Brownouts to become Gensan way of life unless…

GENERAL SANTOS CITY (MindaNews/10 March 2012) — Unless it will be able to secure long term power supply contract, residents of General Santos City and areas covered by its franchise will have to live with at least two hours of daily rotational brownouts which could go as high as eight hours a day, the South Cotabato II Electric Cooperative (Socoteco II) said.

Socoteco II general manager Rodrigo Ocat said erratic supply from the National Power Corporation (NPC) is now being felt by its consumers following the power company’s decision to limit supply contracts with utility firms on an annual basis due to inadequate capacities from its remaining generating plants, most of them hydro-electric plants.

Ocat said they have already resorted to buying power from diesel-fired power barges of Therma Marine Inc. to compensate for the reduced supply from NPC.

Socoteco II has a base load capacity of at least 70 megawatts (MW) and a peaking requirement of up to 105 MW from over 120,000 consumer-households. Its power supply requirement is expected to further increase beginning next month when SM Properties opens its shopping mall here. The SM shopping center will reportedly use up at least 10 megawatts when it opens in April which will coincide with the shutting down of the 100-MW Pulangi hydroelectric plant for annual preventive maintenance.

The 110-MW Mt Apo Geothermal Plant will also undergo preventive maintenance in June.  Other power plants that have reportedly scheduled their own maintenance are one of the Agus Hydro power plants in September and one of the two 105MW power plants of STEAG in Misamis Oriental.

NPC is said to have already advised Socoteco that it will be shedding off at least 15 megawatts of the utility firm’s requirement for the month.  For March, Socoteco II will reportedly only get an average supply of 61 MW from NPC.

This will mean at least six hours of daily rotational brownouts, according to Socoteco. It has also contracted at least 23 MW of supply from Therma Marine which is priced between P11 to P13 per kilowatt hour, depending on the cost of fuel, jacking the average cost of electricity of its consumes by at least P1.00 per kilowatt hour.

Still, the combined power supply of NPC and Therma Marine for March (84MW) is not enough to meet the peaking demand of Socoteco II forcing the utility firm to resort to two-hour rotational brownouts.

To cushion the impact, Socoteco II revamped its feeder assignments last month which enabled it to shorten the power interruptions.

Power sales agreement

As this developed, Ocat urged the public to support the approval of its power supply agreement with Sarangani Energy Corporation (SEC) which is now being heard by the Energy Regulatory Commission.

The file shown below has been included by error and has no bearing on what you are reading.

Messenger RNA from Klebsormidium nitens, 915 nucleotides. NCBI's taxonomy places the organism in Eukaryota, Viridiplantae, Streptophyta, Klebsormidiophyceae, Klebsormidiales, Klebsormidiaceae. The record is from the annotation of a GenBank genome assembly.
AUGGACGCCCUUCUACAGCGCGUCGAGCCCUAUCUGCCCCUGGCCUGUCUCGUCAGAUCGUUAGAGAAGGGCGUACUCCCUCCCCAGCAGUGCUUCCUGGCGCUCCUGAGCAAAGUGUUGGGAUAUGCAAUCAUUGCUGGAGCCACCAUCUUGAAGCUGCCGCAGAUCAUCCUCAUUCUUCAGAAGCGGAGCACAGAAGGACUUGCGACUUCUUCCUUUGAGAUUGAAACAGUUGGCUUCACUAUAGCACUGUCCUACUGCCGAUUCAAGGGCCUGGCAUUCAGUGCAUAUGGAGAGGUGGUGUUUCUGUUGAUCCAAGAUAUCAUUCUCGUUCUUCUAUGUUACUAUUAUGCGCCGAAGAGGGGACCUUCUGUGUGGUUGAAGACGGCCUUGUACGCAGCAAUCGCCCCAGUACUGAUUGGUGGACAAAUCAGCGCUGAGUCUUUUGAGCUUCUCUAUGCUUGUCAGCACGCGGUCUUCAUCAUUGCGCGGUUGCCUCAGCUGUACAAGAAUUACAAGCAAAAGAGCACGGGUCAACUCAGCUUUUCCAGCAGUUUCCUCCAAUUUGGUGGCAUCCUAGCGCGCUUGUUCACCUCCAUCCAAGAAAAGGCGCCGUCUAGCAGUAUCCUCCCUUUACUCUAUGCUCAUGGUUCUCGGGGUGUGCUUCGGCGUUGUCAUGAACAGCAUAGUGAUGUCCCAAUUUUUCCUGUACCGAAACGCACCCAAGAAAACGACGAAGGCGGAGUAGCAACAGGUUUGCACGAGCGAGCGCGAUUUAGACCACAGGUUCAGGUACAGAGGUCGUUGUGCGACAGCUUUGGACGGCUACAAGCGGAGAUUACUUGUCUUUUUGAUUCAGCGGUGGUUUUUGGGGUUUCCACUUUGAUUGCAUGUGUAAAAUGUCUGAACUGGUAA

The city government however filed an opposition and is asking the board of directors to rescind the contract citing, reportedly, “onerous provisions” in teh agreement.

But Ocat said, under the circumstances and considering the power supply outlook of Mindanao, the power supply agreement between Socoteco II is the best it could procure even though it will mean slightly higher electricity bill for its consumers during the first two or three years of the supply contract.

The PSA between Socoteco II and SEC provides for a supply and purchase agreement of 70 MW of base load capacity at a cost significantly lower than the current supply contract between the cooperative and Therma Marine.

In the public hearings and consultations held in December and early this year, both Socoteco II and SEC said the benchmark of its supply is pegged at passed on price to consumers of P5.91 per kilowatt hour.

Socoteco II’s average cost per kilowatt hour at the moment, without the brownouts, is P5.47, inclusive of generation, transmission, and distribution charges.

SEC is constructing a two-phased 200-megawatt power plant in nearby Maasim, Sarangani.

The Alcantara-controlled power firm said it will commence construction as soon as the ERC approves its PSA with Socoteco II.

SEC will initially build a 100 MW plant and common structures for its second 100 MW power plant, which will start 12 months after it lays it foundations.

If plans push through, SEC will be able to deliver electricity to  Socoteco II at the start of 2015, at the latest.

Businessman Manny Yaphockun, former president of the General Santos City Chamber of Commerce, said residents will have to make a choice between a slightly higher electricity costs than suffer prolonged brownouts.  (Edwin Espejo/MindaNews contributor writes for the